6. The IRS has prepared Draft Form 8959 on which to report and calculate Additional Medicare Taxes, a copy of which is attached to this outline. An employee who is liable for any Additional Medicare Taxes (above and beyond what an employer has withheld) must also file a Form 1040-SS. Prop. Treas. Reg. § 31.6011(a)-1(h).

7. There will be no change to Form W-2. Additional Medicare Tax withholding will be reported in combination with withholding of regular Medicare tax in box 6 (“Medicare tax withheld”). IRS FAQ #42.

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D. Rules Applicable to Self-Employment Income. The threshold amounts in determining whether a self-employed individual is subject to the Additional

Medicare Tax under the Self-Employment Contributions Act (SECA) are the same thresholds that apply to employees. IRC § 1401(b)(2)(A). If a taxpayer has both wages and employment income in a single year, the threshold of

self-employment income subject to the Additional Medicare Tax is reduced (but not below zero) by the amount of wages taken into account in determining Additional Medicare Tax under FICA. IRC § 1401(b)(2)(B).

1. Prop. Treas. Reg. § 1.1401-1(d)(2) provides the following examples of the coordination between self-employment income and wages in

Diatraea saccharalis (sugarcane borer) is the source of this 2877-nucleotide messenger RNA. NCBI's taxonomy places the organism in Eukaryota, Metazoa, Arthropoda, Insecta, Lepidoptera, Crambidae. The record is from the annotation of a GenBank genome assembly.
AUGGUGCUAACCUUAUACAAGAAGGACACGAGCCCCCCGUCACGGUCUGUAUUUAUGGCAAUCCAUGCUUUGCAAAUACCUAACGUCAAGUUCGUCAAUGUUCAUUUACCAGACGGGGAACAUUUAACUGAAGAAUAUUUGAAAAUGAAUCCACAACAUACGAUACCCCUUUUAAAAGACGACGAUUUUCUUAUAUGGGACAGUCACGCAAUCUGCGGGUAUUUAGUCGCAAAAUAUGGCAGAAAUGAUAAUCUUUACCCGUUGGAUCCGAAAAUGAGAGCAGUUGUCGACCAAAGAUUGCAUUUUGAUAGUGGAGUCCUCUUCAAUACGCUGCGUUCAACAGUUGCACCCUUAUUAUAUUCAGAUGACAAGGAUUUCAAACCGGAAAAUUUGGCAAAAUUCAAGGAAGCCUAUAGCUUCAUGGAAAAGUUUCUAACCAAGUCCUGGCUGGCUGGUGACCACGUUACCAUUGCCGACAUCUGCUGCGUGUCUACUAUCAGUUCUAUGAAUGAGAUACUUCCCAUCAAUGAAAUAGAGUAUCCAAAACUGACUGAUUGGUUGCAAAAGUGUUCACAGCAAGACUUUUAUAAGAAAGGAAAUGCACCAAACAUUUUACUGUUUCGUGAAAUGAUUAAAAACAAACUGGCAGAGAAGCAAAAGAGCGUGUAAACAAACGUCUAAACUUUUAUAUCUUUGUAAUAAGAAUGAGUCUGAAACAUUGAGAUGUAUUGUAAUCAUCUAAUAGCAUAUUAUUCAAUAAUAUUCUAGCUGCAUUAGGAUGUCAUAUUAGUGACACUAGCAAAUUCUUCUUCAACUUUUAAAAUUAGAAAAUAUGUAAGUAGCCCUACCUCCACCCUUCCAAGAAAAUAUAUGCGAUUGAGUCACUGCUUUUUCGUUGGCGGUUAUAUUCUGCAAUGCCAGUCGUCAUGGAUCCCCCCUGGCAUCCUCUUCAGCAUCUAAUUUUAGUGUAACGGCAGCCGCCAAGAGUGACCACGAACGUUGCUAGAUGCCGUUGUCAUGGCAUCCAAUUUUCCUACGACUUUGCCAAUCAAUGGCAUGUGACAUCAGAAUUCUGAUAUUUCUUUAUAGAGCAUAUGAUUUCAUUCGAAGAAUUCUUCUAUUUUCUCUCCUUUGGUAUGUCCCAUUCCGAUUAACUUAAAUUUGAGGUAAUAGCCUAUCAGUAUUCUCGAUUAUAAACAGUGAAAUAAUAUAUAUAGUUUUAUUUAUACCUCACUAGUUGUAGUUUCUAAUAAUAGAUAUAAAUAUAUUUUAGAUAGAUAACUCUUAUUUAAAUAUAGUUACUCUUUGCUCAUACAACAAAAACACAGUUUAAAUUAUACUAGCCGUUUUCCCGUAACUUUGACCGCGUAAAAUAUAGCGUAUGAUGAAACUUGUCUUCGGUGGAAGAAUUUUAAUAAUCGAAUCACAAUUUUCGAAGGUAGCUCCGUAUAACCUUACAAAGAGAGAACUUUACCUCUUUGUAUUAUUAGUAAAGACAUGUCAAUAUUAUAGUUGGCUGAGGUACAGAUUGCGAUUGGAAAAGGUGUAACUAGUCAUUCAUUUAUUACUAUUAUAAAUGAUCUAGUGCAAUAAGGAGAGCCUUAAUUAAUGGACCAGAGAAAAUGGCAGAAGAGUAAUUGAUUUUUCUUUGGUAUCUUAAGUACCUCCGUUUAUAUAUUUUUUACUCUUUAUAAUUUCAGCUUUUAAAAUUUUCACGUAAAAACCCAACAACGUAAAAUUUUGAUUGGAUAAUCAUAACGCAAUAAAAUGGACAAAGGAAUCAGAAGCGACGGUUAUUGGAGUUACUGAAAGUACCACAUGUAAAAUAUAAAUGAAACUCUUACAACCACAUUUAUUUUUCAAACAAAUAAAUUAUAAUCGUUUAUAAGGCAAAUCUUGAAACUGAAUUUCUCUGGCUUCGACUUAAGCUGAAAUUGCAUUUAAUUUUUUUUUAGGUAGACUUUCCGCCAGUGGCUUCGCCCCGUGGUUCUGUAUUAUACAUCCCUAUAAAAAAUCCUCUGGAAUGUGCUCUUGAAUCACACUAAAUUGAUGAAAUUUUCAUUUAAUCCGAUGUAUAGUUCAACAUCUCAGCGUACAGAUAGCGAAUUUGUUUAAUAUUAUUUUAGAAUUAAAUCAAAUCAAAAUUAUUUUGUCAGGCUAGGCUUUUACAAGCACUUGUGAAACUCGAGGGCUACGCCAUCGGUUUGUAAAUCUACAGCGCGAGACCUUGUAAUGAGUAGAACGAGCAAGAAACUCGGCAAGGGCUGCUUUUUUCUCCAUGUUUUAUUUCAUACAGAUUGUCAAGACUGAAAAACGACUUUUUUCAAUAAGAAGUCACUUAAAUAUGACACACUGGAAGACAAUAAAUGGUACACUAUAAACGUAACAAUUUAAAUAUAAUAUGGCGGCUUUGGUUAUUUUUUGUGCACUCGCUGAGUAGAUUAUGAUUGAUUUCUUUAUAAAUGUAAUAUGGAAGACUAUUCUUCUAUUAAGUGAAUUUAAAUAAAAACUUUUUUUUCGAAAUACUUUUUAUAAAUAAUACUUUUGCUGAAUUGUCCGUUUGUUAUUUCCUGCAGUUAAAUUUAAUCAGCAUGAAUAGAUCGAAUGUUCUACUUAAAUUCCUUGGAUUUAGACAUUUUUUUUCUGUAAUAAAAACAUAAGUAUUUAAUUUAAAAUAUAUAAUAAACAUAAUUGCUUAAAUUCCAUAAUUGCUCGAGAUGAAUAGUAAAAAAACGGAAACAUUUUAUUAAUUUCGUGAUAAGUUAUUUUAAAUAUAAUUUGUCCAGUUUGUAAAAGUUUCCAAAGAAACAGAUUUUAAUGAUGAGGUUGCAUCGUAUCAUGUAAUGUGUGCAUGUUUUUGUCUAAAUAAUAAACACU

determining the applicable Additional Medicare Tax:

Example 3. C, a single filer [$200,000 threshold], has $145,000 in self-employment income and $130,000 in wages [$275,000 total]. C’s wages are not in excess of $200,000 so C’s employer did not withhold Additional Medicare Tax. However, the $130,000 of wages reduces the self-employment income threshold to $70,000

($200,000 threshold minus the $130,000 of wages). C is liable to pay Additional Medicare Tax on $75,000 of self-employment income ($145,000 in self-employment income minus the reduced threshold of $70,000). (Emphasis supplied.)

Example 5. D, who is married and files married filing separately [$125,000 threshold], has $150,000 in self-employment income and $200,000 in wages [$350,000 total]. D’s wages are not in excess of $200,000 so D’s employer did not withhold Additional Medicare Tax. However, the $200,000 of wages reduces the self-employment income threshold to $0 ($125,000 threshold minus the $200,000 of wages). D is liable to pay Additional Medicare Tax on $75,000 of wages ($200,000 in wages minus the $125,000 threshold for a

married filing separately return) and on $150,000 of self-employment income ($150,000 in self-employment income minus the reduced threshold of $0).

2. The Additional Medicare Tax is treated as a tax subject to estimated tax payment requirements. IRC § 6654(m). Underpayment of the